The great Buddhist scholars Santaraksita (725 - 88 CE.) and his disciple Kamalasila were among the most influential thinkers in classical India. They debated ideas not only within the Buddhist tradition but also with exegetes of other Indian religions, and they both traveled to Tibet during Buddhism's infancy there. Their views, however, have been notoriously hard to classify. The present volume examines Santaraksita's Tattvasamgraha and Kamalasila's extensive commentary on it, works that cover all conceivable problems in Buddhist thought and portray Buddhism as a supremely rational faith.
One hotly debated topic of their time was omniscience - whether it is possible and whether a rational person may justifiably claim it as a quality of the Buddha. Santaraksita and Kamalasila affirm both claims, but in their argumentation they employ divergent rhetorical strategies in different passages, advancing what appear to be contradictory positions. McClintock's investigation of the complex strategies these authors use in defense of omniscience sheds light on the rhetorical nature of their enterprise, one that shadows their own personal views as they advance the arguments they deem most effective to convince the audiences at hand.
Sara L. McClintock is an assistant professor of religion at Emory University, where she teaches undergraduate and graduate courses in Indian and Tibetan Buddhism. She obtained her bachelor's degree in fine arts from Bryn Mawr College, her master's in world religions from Harvard Divinity School, and her doctorate in religion from Harvard University. She has spent time as a researcher at the Central Institute for Higher Tibetan Studies in Sarnath and the University of Lausanne, and has taught at Carleton College and the University of Wisconsin-Madison. Her interests include both narrative and philosophical traditions in South Asian Buddhism, with particular focus on issues of metaphysics, hermeneutics, and rhetoric.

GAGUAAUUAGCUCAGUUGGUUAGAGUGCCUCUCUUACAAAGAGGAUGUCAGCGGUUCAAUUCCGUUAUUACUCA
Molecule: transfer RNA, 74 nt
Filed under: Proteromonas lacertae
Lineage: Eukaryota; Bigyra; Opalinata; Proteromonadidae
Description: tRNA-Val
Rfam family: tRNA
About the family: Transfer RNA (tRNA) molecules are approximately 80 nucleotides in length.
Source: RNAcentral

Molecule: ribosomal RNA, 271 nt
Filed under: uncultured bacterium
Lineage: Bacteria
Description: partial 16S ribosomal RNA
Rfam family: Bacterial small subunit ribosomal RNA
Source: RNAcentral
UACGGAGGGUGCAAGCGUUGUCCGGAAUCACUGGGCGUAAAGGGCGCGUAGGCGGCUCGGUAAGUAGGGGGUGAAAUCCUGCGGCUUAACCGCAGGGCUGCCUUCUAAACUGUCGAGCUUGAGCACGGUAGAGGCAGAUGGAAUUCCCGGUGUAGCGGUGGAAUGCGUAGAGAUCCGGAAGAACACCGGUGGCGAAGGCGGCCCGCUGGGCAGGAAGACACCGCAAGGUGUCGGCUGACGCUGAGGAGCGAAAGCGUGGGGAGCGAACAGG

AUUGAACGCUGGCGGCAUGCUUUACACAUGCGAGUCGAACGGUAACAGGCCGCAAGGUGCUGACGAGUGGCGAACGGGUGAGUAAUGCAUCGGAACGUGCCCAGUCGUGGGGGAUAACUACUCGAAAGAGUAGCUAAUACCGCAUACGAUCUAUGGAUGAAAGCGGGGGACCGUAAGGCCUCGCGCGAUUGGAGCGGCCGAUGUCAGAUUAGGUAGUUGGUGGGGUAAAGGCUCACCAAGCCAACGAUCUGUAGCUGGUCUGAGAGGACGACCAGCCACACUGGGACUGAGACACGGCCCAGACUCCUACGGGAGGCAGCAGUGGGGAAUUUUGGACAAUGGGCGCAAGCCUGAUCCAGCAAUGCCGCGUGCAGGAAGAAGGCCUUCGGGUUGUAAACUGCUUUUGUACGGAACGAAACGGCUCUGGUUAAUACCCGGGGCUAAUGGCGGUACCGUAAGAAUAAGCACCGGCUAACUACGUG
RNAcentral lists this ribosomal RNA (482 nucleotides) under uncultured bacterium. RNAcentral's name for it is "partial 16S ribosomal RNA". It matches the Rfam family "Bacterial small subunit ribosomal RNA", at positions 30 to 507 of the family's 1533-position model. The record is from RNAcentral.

“This excellent book will be a necessary guide for anyone who enters the labyrinth of complex discussions around omniscience in Tattvasa?graha/Tattvasa?grahapañjika—the great works of the most influential Buddhist thinkers of the eighth century.”
– —Shinya Moriyama, Shinshu University
“Modern scholars have interpreted arguments given by classical Indian logicians in terms of either the Aristotelian syllogism or modern mathematical logic, neither of which has proved satisfying. Sara McClintock’s choice to present Indian Buddhist arguments from the perspective of the New Rhetoric provides a more illuminating and faithful representation. Her accurate and smooth English renderings of the difficult passages of Buddhist logicians will draw the admiration of students of Indian logic, and her treatment of the theme of omniscience will reward all students of Indian religions.”
– —Shoryu Katsura, Ryukoku University, Kyoto
“This study is an excellent example of critical philology combined with a stunning capacity for answering in clear and philosophically informed ways the question of ‘What does it all mean?’ Sara McClintock breaks new ground in the much-discussed relationship between rationality and religion.”
– —Ernst Steinkellner, University of Vienna
“This excellent book will be a necessary guide for anyone who enters into the labyrinth of complex discussions around omniscience in Tattvasangraha and Tattvasangrahapanjika—the great works of the most influential Buddhist thinkers of the eighth century.”
– Journal of Buddhist Philosophy
"Sara L. McClintock's Omniscience and the Rhetoric of Reason is a philosophical discussion of a curious Buddhist question: Does a buddha know everything at all times, have the ability to know anything they wish, or simply know all that is necessary for liberation? McClintock's masterful exploration is built around two important eighth-century Indian Buddhist philosophical works: Shantarakshita's Tattvasamgraha, and Kamalashila's commentary on it. She nimbly draws out the twists and turns of their argumentation and their shifting definition of omniscience, and formulates a compelling theory of reason as rhetoric. Even logic, she argues, is designed to persuade, and thus every argument has to be understood in relation to its intended audience. The study is an elegant exposition of what happens when a tradition that prides itself on rational argument inherits a wildly irrational doctrinal position and uses it to defend and advance the tradition."